Chicago residents have a false sense of security about sun exposure since their gray weather seems to go on forever. But ultraviolet light still shines through the clouds, and it’s impossible to turn back the clock after years of too much sun. “By the time you get a basal cell, the horse is out of the barn,” says Yoo. Here are some tips to help prevent skin cancers:
• Gob on the sunscreen. “No one’s putting it on thick enough,” says Yoo. Apply two tablespoons at least 20 minutes before going outside—and reapply every two hours or after swimming or sweating. Look for a sun protection factor (SPF) of at least 15 and protection against ultraviolet A and B rays.
• Wear a hat with a four-inch brim. It sounds like overkill—and doctors are most likely to do it. “That’s how you can tell the dermatologists,” says June Robinson, a professor of clinical dermatology at the Feinberg School of Medicine and the editor of Archives of Dermatology.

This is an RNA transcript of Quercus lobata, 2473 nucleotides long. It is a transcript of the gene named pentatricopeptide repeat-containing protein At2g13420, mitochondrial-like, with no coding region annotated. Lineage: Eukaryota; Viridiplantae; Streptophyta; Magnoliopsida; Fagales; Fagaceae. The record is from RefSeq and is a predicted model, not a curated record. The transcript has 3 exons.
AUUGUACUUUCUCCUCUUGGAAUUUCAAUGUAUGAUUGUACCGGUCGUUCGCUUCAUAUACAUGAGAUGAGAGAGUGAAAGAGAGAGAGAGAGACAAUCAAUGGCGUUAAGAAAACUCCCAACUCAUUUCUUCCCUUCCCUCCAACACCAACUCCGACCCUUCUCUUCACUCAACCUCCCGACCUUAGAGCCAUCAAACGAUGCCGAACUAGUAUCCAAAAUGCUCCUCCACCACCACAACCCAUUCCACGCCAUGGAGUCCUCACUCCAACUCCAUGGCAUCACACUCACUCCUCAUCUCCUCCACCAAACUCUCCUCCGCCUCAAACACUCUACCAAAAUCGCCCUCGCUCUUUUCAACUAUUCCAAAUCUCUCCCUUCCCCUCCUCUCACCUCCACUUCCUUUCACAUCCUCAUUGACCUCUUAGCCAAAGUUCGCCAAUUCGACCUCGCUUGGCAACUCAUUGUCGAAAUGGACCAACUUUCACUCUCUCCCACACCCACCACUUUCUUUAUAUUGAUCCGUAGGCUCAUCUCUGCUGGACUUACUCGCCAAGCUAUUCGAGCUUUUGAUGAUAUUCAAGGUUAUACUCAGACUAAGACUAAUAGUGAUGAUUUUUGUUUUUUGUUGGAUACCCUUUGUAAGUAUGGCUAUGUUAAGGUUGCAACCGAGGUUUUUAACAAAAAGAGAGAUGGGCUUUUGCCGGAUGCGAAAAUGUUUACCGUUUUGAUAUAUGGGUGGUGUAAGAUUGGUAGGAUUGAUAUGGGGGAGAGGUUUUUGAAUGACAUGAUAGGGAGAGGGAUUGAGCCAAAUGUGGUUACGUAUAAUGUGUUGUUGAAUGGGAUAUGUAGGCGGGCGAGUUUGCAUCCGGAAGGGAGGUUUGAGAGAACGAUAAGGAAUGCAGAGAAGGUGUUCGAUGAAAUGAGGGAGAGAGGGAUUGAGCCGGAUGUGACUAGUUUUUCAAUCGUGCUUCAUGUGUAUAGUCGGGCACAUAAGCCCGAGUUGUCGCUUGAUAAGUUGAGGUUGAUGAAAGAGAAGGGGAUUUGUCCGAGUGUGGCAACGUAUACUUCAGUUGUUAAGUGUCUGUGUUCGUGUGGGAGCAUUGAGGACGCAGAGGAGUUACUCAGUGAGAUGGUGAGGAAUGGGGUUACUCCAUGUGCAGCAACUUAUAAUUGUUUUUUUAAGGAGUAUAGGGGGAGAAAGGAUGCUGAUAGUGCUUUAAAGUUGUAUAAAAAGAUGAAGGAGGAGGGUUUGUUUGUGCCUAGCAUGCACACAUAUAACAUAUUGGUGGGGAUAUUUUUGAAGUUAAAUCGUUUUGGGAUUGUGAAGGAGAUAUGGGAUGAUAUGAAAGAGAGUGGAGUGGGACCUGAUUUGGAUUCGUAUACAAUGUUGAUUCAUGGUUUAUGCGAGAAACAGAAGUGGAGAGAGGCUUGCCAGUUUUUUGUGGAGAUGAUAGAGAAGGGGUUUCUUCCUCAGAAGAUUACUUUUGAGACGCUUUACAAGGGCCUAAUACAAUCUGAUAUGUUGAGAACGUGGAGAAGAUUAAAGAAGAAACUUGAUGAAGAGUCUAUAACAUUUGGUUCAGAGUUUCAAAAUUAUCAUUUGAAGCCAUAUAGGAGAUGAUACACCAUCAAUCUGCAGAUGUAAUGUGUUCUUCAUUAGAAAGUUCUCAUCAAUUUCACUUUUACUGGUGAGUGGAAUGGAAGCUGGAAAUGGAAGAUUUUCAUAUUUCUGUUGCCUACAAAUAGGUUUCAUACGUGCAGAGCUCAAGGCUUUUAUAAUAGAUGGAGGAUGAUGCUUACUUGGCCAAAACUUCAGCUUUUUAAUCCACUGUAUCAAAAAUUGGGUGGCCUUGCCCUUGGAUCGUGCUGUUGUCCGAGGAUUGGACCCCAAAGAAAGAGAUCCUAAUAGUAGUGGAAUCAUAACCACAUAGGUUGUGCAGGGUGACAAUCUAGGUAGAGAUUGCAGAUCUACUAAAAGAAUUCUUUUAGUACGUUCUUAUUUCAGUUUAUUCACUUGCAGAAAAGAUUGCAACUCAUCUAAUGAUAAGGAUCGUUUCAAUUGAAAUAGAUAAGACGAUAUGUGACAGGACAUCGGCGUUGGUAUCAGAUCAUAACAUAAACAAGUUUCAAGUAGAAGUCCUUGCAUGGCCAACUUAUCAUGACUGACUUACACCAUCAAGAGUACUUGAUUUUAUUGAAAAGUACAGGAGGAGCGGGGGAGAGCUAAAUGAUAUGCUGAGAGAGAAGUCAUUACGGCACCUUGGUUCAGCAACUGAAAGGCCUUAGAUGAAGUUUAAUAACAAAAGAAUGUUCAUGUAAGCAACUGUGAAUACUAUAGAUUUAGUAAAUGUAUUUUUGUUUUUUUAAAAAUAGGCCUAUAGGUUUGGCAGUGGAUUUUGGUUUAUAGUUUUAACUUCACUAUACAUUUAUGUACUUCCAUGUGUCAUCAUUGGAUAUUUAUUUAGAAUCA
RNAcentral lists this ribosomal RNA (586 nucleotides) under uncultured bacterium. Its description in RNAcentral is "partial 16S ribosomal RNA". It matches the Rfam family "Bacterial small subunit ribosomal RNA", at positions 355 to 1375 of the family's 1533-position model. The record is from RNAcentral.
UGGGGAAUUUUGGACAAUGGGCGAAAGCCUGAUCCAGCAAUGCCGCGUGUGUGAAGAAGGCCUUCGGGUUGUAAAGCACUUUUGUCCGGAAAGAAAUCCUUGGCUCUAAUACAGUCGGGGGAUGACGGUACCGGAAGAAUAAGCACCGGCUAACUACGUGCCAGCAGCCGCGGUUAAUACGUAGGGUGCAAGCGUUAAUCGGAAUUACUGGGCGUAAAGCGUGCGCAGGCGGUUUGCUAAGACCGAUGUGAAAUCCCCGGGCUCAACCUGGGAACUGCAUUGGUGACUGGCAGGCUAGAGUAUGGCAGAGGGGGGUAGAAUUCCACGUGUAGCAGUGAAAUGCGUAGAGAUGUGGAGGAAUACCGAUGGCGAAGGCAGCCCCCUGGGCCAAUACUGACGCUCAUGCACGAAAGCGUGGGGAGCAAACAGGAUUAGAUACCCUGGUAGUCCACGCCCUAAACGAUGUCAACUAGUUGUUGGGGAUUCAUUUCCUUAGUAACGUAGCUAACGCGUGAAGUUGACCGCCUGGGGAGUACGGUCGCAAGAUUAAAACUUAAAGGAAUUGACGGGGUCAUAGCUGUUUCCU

• Get screened. The Skin Cancer Foundation will conduct free screenings in the Chicago area from June 2nd to 4th. Learn more at skincancer.org/Tour.
• Use self-tanners. “The trick to getting people to cease indoor tanning is to give them the look they want,” Robinson says. “Appearance is what it’s all about.”
• Avoid tanning parlors. According to Robinson, 25 to 40 percent of women from ages 18 to 22 visit tanning salons. “The body remembers all of that ultraviolet radiation, from childhood on up,” she says. Instead of focusing exclusively on the risk of cancer, Robinson also warns young people about wrinkles. “A 16-year-old doesn’t care about skin cancer,” she says, “but wrinkles she cares about.” As Robinson reported last May in Archives of Dermatology, education about the negative impact of tanning on skin’s appearance caused a 35 percent drop in indoor tanning visits.Edit Module